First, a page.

When I first became an entrepreneur I had the idea that if I just focused on building a successful business – all the “money stuff” would fall in to place. I’d never considered myself great at math. I certainly had no desire to be anything remotely resembling an accountant. And besides – all the other stuff – building a website, getting a great logo, developing products, working on marketing strategies – were all SO much more exciting than financial management. Well, have you ever heard someone say that “money is not the most important thing in life – but it is certainly one of the most impactful things? The reality is that there are many, many ways that ignoring the financial side of your business will come back to haunt you. And one example is in the area of your business relationships.
As an entrepreneur, you are always working to develop strong business relationships – not just with clients – but also with suppliers, service providers and employees. It is important that you not overlook the negative effect that poor financial management can have on each of these relationships, creating a snowball negative effect on the success of your small business.
Your customers no doubt buy from you because they see that you have good products and/or services, offered at a great value. Your ability to continually meet the needs of your customers in terms of price and quality, depends upon the financial strength of your business. Financial organization is also critical in this area. Clients want to feel confident that they are working with a professional. They’ll form lasting judgments based on the efficiency and ease of your billing process, including invoicing, accepting payments and even returns.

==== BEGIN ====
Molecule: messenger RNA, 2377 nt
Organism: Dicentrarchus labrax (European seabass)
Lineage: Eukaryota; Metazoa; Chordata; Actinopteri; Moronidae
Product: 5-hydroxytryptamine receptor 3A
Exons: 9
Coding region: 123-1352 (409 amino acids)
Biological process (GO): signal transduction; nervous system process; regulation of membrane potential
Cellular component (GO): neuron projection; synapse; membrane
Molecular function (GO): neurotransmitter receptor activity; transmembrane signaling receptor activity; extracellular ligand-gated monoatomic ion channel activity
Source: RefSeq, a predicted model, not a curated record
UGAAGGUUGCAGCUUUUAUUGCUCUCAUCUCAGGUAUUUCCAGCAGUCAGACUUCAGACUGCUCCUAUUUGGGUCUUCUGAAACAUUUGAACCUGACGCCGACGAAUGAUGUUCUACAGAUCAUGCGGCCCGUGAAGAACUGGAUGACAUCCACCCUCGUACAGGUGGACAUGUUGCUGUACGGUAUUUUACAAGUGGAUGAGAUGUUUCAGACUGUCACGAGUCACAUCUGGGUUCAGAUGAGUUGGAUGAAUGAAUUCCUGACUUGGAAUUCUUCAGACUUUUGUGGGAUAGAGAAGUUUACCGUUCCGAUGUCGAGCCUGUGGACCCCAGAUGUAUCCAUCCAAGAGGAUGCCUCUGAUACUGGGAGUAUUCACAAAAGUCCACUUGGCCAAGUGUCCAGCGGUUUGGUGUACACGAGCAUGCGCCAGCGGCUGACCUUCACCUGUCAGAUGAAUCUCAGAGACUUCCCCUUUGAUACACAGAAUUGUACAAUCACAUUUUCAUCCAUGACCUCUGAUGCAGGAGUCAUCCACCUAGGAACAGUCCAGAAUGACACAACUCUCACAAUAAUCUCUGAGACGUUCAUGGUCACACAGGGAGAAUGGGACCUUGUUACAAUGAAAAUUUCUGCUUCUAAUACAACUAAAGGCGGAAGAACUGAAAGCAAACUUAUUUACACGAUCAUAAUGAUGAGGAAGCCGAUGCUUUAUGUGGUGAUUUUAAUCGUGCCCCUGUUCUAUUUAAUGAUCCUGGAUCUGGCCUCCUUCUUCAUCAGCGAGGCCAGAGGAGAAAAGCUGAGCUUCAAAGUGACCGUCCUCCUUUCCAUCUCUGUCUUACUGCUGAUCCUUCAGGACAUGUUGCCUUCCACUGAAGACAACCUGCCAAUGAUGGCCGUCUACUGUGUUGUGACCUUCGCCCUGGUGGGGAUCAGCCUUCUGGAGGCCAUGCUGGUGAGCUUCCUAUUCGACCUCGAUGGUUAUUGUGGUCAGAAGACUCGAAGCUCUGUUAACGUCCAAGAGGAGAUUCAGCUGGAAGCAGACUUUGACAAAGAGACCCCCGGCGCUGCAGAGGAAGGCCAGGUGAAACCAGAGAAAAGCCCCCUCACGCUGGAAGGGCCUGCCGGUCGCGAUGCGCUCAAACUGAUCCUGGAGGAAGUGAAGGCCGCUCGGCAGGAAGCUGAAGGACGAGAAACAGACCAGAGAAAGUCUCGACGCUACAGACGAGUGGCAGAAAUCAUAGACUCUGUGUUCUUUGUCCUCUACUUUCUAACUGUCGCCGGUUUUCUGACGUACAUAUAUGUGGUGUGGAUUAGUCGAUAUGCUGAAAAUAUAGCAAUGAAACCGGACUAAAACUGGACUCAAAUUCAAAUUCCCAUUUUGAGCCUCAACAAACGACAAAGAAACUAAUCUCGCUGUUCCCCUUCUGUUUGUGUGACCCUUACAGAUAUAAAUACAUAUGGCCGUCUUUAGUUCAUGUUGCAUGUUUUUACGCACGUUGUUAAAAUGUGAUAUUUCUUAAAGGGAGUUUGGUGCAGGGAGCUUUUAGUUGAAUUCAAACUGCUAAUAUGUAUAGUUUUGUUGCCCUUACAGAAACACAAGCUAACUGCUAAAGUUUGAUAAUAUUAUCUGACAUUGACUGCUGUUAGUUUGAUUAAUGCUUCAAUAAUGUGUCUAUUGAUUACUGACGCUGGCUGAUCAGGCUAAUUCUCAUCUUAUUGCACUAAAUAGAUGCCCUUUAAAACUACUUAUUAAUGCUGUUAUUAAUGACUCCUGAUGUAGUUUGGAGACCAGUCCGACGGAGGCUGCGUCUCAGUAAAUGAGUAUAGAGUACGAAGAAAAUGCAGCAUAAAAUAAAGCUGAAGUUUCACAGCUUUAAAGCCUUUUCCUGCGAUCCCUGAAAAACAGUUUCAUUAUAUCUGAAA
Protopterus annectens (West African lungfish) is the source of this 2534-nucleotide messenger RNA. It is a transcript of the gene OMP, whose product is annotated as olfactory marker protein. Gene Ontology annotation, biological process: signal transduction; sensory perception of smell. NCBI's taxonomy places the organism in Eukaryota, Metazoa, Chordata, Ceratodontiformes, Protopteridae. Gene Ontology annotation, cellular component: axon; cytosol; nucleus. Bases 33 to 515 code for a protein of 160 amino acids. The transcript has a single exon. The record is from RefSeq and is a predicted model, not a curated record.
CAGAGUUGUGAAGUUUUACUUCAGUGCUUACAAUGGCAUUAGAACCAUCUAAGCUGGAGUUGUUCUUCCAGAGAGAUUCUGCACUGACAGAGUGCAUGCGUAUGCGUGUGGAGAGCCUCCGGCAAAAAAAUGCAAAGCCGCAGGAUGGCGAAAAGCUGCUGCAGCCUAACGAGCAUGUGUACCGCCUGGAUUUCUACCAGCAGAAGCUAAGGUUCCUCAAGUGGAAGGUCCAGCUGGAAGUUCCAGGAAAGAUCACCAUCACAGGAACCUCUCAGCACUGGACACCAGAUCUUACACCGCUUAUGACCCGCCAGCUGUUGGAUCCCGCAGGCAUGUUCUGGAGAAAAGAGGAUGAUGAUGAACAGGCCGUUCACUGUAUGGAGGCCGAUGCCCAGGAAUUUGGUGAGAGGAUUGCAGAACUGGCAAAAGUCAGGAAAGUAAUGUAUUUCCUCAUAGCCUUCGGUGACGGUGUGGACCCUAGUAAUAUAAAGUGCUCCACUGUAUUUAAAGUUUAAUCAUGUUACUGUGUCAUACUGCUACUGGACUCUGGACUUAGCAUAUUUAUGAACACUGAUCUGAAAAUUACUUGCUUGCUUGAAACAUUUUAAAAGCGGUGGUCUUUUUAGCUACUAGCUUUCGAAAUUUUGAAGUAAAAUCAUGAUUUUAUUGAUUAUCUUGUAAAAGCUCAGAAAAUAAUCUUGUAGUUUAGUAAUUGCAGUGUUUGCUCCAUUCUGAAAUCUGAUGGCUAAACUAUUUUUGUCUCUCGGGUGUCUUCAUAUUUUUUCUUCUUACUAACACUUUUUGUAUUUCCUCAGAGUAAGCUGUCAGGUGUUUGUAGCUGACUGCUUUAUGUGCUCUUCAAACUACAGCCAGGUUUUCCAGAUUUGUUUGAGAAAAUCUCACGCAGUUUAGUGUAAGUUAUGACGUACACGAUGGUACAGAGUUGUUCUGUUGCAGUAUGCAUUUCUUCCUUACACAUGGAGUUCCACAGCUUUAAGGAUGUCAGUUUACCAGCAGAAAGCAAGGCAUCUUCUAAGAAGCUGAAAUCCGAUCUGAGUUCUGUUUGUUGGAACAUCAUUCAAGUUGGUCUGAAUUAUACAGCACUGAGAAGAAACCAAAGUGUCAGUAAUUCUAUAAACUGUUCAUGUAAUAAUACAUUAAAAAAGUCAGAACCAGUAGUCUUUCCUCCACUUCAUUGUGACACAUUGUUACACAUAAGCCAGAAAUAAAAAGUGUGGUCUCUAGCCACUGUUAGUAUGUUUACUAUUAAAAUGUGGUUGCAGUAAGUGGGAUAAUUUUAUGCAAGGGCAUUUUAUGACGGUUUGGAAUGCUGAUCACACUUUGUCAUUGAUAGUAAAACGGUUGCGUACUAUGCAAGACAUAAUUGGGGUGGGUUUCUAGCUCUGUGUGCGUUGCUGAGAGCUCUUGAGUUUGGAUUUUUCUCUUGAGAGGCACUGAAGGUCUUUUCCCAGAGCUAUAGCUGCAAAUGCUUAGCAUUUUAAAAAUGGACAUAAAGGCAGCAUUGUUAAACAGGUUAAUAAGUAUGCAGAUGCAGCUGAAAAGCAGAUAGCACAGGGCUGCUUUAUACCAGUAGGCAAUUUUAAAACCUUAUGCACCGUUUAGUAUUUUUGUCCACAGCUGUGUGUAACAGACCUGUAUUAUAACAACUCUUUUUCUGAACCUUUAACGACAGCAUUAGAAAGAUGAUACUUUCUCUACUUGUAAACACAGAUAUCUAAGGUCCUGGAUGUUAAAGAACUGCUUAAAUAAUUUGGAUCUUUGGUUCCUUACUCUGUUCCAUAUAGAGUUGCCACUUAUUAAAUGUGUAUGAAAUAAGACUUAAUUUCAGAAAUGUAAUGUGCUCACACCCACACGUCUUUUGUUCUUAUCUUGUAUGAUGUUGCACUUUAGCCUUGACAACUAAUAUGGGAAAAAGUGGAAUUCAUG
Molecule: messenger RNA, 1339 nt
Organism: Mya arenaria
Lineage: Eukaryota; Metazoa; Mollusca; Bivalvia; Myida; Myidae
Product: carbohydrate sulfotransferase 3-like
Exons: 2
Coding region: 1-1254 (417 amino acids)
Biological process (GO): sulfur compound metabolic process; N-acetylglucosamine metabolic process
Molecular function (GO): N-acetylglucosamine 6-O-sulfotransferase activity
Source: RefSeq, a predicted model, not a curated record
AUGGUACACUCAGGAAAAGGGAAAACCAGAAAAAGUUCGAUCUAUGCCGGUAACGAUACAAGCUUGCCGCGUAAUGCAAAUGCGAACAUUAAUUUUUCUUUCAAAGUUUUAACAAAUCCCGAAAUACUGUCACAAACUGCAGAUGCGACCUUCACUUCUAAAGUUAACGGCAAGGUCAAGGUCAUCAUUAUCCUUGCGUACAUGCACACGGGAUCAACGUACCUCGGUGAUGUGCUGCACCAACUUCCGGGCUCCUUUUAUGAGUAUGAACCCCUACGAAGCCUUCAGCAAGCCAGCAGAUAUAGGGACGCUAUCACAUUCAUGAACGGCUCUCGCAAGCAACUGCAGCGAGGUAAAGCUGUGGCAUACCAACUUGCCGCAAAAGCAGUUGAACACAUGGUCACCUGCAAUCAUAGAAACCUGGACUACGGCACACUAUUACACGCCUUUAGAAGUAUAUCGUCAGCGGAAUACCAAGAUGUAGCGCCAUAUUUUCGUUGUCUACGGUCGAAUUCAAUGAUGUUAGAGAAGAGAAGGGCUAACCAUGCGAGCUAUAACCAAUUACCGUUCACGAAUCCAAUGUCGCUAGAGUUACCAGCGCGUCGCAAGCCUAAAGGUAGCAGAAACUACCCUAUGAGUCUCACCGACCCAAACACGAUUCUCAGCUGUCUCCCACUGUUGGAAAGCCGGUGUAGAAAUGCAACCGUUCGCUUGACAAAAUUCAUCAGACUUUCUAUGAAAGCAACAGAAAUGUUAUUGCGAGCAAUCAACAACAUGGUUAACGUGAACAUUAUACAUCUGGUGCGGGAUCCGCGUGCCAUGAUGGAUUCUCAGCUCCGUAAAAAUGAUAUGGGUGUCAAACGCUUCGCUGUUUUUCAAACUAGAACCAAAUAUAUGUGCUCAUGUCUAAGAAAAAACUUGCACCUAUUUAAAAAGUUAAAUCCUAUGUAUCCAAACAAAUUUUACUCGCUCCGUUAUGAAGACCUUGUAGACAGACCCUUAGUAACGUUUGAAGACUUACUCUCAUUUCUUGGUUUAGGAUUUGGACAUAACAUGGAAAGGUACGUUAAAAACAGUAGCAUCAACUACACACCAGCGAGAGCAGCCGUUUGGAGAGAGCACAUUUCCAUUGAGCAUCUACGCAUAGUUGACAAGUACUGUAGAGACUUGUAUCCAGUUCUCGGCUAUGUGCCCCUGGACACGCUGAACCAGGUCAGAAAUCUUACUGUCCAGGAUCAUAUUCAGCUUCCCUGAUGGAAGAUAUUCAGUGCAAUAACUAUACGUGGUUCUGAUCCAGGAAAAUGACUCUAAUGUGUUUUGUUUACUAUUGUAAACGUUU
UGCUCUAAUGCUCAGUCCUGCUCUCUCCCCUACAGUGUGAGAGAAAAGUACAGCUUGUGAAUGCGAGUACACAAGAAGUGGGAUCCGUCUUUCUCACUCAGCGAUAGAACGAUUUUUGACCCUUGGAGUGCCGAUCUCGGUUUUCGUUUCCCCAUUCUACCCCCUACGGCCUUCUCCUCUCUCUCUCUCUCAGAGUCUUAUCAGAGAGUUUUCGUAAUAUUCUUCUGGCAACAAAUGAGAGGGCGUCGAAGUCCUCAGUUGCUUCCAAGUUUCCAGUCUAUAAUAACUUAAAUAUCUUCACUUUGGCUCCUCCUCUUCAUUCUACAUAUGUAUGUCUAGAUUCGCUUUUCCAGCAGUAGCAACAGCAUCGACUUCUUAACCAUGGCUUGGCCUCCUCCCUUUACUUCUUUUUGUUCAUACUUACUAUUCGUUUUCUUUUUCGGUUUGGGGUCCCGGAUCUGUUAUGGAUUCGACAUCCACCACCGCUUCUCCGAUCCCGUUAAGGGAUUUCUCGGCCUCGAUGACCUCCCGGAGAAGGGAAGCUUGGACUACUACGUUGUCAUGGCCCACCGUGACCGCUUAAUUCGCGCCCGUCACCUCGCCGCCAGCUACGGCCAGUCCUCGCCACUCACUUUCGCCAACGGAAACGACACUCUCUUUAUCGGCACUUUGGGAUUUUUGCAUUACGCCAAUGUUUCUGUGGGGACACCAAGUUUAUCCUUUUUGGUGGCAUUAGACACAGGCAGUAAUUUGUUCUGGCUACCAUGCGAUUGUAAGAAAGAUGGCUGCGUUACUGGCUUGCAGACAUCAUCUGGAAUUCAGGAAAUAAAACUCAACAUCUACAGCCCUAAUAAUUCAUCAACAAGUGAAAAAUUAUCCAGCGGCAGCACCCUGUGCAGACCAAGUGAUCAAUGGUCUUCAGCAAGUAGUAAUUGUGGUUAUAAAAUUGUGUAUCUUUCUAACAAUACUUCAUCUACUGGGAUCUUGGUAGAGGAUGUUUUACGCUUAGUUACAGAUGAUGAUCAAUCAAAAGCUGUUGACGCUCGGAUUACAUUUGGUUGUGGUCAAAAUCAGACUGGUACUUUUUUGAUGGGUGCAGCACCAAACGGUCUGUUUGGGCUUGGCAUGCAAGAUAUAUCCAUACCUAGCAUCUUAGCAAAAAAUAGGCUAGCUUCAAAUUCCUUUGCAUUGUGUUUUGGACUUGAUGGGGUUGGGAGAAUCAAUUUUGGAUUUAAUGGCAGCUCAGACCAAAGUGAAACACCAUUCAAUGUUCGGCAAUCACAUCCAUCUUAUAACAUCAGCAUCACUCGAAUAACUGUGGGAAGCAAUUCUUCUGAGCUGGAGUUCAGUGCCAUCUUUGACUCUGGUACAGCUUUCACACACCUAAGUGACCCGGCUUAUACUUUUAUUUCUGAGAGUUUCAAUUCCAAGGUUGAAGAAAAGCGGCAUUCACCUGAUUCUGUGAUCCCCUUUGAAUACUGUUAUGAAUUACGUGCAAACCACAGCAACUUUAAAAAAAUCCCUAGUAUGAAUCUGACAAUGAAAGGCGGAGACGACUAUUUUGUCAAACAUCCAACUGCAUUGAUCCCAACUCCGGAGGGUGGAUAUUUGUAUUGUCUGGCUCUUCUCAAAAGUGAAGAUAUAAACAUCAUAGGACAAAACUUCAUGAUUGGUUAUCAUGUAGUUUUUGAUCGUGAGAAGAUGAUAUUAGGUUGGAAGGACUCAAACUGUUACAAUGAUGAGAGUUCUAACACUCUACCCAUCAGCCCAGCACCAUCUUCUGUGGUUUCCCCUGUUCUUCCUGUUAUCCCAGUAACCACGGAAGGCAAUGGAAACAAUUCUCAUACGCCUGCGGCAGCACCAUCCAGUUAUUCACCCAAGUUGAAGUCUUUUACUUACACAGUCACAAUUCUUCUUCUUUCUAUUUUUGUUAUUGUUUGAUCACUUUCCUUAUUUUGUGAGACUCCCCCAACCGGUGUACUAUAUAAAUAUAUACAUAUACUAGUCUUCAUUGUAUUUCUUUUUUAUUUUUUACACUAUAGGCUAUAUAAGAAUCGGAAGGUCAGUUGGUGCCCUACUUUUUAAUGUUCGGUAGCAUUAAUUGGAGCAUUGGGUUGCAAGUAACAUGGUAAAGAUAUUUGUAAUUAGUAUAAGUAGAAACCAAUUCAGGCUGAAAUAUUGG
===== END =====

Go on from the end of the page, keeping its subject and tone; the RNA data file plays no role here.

Your suppliers are also of course essential to your business. They need to be paid on time per your agreements to that they can cover their needs. An entrepreneur failing to stay on top of the financials will quickly strain supplier relationships making it difficult, if not impossible to remain in business. The same can be said for any service providers you choose to work with. Strong financial organization and planning will help you to determine when you are ready and able to enlist a particular provider. Remember that service providers like accountants, marketing companies, publicists, designers, etc. will also be providing services for individuals who could be wonderful clients for your company. The better your relationship – the more likely they are to provide strong referrals.
Finally, remember that you would be nowhere without the staff and/or regular independent contractors who support you in your business. They rely on their monthly paychecks as much as you rely on them to keep your business running. It can be easy to overlook the business relationships you are developing with your staff, especially if your business is still struggling to be profitable. However, putting your employees first – giving them bonuses and other incentives whenever possible – has the ability to pay you back tenfold.